Anyway, if you want to talk about Gibson or tell me why I’m wrong about The Martian Chronicles, feel free to message me or tweet me @left4turtle.
Wow. 2015 is here already. The year of chronicling my journey through science fiction sort of fizzled out as other projects came up and I took a break from the genre. But, I’m throwing myself back in and hope to stick with it through the year. Last year I posted my favorite examples of the genre across several mediums. So, to start off the new year, I thought i would post the most updated (and expanded) version of this list. Anything on this list was read, seen or played before the end of 2014.
Top 5 Books
1) Ready Player One by Ernest Cline (Previously #1)
This book remains my number one favorite science fiction book because it’s just the most fun I’ve had reading a book in recent memory. It’s packed with references to 80s movies and games, geek culture, and the most iconic science fiction pieces to date. As I mentioned last year, the underdog story of an orphan toppling a maniacal corporation resonates with me. It’s almost like Cline set out to write a book perfectly tailored to me. I found a few technical problems with the writing, but by the end of the book I didn’t care. I love every second of this book, and I hope you’ve checked it out.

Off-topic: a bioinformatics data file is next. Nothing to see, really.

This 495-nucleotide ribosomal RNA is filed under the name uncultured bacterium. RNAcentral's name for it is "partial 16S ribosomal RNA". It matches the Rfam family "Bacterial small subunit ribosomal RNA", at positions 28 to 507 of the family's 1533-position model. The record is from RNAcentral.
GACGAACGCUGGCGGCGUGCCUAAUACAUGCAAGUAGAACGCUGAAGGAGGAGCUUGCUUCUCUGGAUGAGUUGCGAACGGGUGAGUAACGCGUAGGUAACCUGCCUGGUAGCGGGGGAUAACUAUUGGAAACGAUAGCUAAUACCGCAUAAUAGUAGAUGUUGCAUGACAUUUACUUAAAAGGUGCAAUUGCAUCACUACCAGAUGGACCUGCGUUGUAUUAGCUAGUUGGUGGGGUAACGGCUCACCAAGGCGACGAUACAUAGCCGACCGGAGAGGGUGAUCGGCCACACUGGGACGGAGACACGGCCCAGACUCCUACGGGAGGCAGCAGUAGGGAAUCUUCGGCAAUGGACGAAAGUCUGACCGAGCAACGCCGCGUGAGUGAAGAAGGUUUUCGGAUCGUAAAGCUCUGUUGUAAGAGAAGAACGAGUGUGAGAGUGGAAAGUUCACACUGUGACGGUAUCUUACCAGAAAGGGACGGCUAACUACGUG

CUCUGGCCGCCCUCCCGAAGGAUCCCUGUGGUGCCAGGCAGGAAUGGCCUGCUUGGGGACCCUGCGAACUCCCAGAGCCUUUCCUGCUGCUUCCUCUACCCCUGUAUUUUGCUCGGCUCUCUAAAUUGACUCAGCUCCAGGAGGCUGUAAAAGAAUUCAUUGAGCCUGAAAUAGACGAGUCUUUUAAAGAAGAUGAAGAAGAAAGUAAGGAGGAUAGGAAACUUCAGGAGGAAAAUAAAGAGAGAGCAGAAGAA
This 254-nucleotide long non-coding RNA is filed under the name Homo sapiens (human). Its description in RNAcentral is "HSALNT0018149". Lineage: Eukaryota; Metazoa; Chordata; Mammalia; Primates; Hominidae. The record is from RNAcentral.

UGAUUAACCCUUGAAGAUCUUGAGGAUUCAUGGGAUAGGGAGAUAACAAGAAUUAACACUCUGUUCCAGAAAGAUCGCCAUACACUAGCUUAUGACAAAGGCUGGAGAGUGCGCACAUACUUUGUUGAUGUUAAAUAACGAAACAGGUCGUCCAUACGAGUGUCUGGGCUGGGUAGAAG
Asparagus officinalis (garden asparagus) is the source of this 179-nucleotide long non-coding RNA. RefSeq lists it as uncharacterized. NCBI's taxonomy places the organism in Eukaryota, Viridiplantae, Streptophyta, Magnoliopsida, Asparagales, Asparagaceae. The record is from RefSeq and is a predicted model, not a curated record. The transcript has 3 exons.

2) I, Robot by Isaac Asimov (Previously unlisted)
As much of a cliche as it is, this book blew my mind. This was not entirely due to the subject matter, though that is very good, but because I had seen the Will Smith film adaptation so many times I was expecting something action packed and kind of dumb. That’s why I was so pleasantly surprised to find out this book is essentially a set of eight increasingly complicated logic puzzles with little or no action involved. It’s not a book for everyone, but I loved trying to solve those puzzles alongside the characters and usually being wrong alongside the characters. As the source of the legendary Three Laws of Robotics, this book is required reading for scifi fans.
3) Dune by Frank Herbert (Previously #2)
Dune is one of the most epic science fiction tales ever told. Few would disagree. Reading this book is essentially what kicked off my science fiction re-education. It’s a book full of atmosphere that sucks you in, even when the story is unfolding at a snail’s pace. I was so impressed by the level of craft Herbert showed in building his universe. It helped me realize that building a new world is more than just making up names, but understanding all of the economic and religious systems at play. It’s a brilliant book.
4) The Andromeda Strain by Michael Crichton (Previously unlisted)